Tajikistan – quacks make a comeback


by Konstantin Parshin

Two recent criminal cases concerning Muslim religious leaders promising mystical cures are helping to focus attention in Tajikistan on the phenomenon of faith healing. The cases in question involved a “possessed” teenager who was bled and beaten to death, and a woman who was sexually molested while seeking fertility treatment.

Amid a steep decline [4]in the quality of education since the 1991 Soviet collapse, Tajikistan is proving to be fertile ground for non-traditional, largely unregulated healers, health care professionals assert.

The trend has led to tragedy and scandal. In one of the highest profile cases, police in the Pyanj District, near the Afghan border, detained an imam November 15 in connection with the death of a 19-year-old mentally handicapped man during a supposed attempt to exorcise evil spirits. Abdulvokhid Kodirov allegedly beat his patient with a wooden cane and cut his skin to bleed him. Doctors concluded the young man died from trauma and excessive blood loss, local media outlets reported.

The month before, a mullah from a Dushanbe suburb, 46-year-old Asadullo Ibrohimov, was found guilty of sexually molesting a female client who had come to him for help conceiving a baby. He was sentenced to seven years in prison. On November 27, an appeals court in Dushanbe upheld the sentence, the Asia-Plus news agency reported.

Authorities seem tentative when it comes to addressing problems related to faith healing. Mavlon Mukhtor, deputy director of the State Committee for Religious Affairs and Streamlining National Traditions, said the number of self-styled faith healers is on the rise, but added the agency keeps no records of crimes committed in connection with such practices. He also acknowledged that he hadn’t heard of the Kodirov case, in which the imam stands accused of beating the young man to death.

“We are aware that there are many impostors profiting from human illiteracy,” Mukhtor told EurasiaNet.org, adding that his office tries to raise public awareness. “We talk about it in public on television and during our meetings with people; we ask them not to succumb to the unjustified slogans of uneducated people, not to turn to these people.”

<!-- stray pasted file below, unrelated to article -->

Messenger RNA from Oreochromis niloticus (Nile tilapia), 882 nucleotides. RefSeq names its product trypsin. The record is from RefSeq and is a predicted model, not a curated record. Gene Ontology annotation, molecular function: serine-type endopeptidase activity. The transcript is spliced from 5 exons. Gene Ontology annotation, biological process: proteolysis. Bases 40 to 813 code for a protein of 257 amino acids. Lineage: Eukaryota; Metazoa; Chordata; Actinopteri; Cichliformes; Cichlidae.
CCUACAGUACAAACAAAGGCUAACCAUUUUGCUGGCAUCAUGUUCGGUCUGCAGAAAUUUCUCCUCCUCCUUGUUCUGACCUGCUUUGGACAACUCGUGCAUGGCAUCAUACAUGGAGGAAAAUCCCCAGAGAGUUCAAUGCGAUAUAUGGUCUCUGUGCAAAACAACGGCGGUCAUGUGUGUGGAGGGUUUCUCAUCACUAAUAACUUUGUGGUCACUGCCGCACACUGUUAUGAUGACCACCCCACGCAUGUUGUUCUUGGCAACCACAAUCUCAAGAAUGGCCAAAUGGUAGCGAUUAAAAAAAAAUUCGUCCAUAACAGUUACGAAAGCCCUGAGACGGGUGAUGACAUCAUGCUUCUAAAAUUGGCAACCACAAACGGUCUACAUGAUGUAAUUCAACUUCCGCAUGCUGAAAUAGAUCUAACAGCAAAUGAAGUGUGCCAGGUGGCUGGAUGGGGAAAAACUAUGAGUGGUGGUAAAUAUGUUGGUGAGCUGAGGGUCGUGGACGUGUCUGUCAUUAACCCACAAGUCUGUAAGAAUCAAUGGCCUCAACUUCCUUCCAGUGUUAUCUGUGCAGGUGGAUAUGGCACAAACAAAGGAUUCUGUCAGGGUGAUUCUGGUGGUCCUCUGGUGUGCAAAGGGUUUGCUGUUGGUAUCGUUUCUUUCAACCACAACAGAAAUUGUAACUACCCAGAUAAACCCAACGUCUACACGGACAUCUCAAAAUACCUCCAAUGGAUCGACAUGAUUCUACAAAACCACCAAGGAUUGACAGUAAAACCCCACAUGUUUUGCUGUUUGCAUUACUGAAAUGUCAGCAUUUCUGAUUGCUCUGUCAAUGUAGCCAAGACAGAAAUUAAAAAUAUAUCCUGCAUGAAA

Ultimately, complaints about healers’ activities and methods are a police matter, he stated.
President Imomali Rahmon [5] has been quick to link problems to the rapid reemergence of Islam, along with a rise in radical beliefs, in Tajikistan. “In the past, there were very few religious educational institutions in the country, but there was understanding and tolerance in society; children loved their parents, and young ones always treated elders with respect,” Rahmon said in July.

Today “there are more than four thousand mosques … yet extremism and fanaticism flourish,” he continued, in comments reposted on his website. “The construction of mosques and houses of prayer in every residential block leads to needless disputes and controversies among Muslims; it undermines stability; it contradicts the unifying essence and mission of Islam and other religions.”

Some observers believe the president is exaggerating the threat of radical Islam to justify human rights abuses and make it easier for his administration to attract foreign security assistance. Others suggest that he may be trying to use religion as cover for his administration’s own shortcomings: these critics point out that in his 21 years in power [6], Rahmon has done little to improve the quality of education or expand employment opportunities – two factors that many see as playing a role fostering radicalization and spurring the proliferation of faith healers.

Though there are no statistics, faith healers and fortunetellers appear to be common in Tajikistan. “People are drowning in sins because they are illiterate. An educated person should not go to any healers,” Domulloh Ilkhom, a mullah at a small mosque in Dushanbe’s 11th Microrayon, told EurasiaNet.org.

Eroding public confidence in the health care system is a big part of the problem. To underscore that point, a trained psychotherapist, speaking on condition of anonymity, told EurasiaNet.org that falling education standards have left many recent medical graduates “unable to tell psychology from psychiatry.” Under the present circumstances, the psychotherapist added, it’s no surprise that healers do a brisk business.

One faith healer, known as Apai Nilufar, or Auntie Nilufar, told EurasiaNet.org that she sees about a dozen clients daily.

“Some of my visitors need only a kind word; others need real assistance – cleaning, both physical and spiritual. Almost in every case, I strongly advise my visitors to go to the church, mosque or synagogue,” said Nilufar, who is in her fifties and sees clients in a modest apartment on the outskirts of Dushanbe. “Some of my clients confess that they used to go to bad wizards and sought to succeed in some endeavors or take revenge on someone.”

Editor’s note:

Konstantin Parshin is a freelance writer based in Tajikistan

Originally published by Eurasianet
2012 © EurasiaNet


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